Jorge from Peru wants to know what this sentence means: “Germany and Spain doled out incentives to consumers.”
To dole out means to give something–money, food, clothes, or something else–to other people who need it, and usually to do so little by little. “To dole out” implies the idea that the person who is “doling out” is more prosperous (has more money or things) than the person that the gift is going to. This is why “to dole out” is often used when speaking of the government, businesses, or charity organizations.
Here are a couple of examples using “to dole out”:
- “After the bad storms, the city government doled out fresh water and food to people left without power in their homes.”
- “The company doled out small cash bonuses to its employees at the end of the year.”
In the sentence Jorge mentioned, incentives are things that encourage or motivates people to do something, and a consumer is someone who buys things for their own use. The sentence, then, means that Germany and Spain are passing out or making available little by little things that will get people to buy goods, probably to improve the current bad economy.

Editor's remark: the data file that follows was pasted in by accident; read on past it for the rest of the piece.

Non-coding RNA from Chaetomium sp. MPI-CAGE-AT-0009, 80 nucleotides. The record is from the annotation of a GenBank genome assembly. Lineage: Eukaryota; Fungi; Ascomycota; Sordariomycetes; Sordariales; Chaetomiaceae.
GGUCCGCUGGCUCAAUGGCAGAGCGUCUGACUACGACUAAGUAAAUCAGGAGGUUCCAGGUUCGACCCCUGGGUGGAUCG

A related expression, “to be on the dole,” is used to describe someone who is getting regular help in the form of money from someone: the government, one’s parents, or another source. In the U.S., this expression usually has a negative meaning. If we say that someone is “on the dole,” we usually mean that he or she is getting money without doing any work, and he or she should feel some shame in getting this help.
Of course, in these difficult times, there are many people getting financial help from the government, whether it’s unemployment benefits for people who lose their jobs or welfare assistance for the poor to pay for their daily needs, such as food and clothes. The more neutral (neither bad nor good, positive nor negative) way to describe this situation is to say that people are on public assistance or they are getting government assistance.
Thanks, Jorge, for the very timely question, and I hope this is useful.
P.S. To our own Irish American, Dr. McQuillan, and to all of us in the U.S. celebrating this day: Happy St. Patrick’s Day!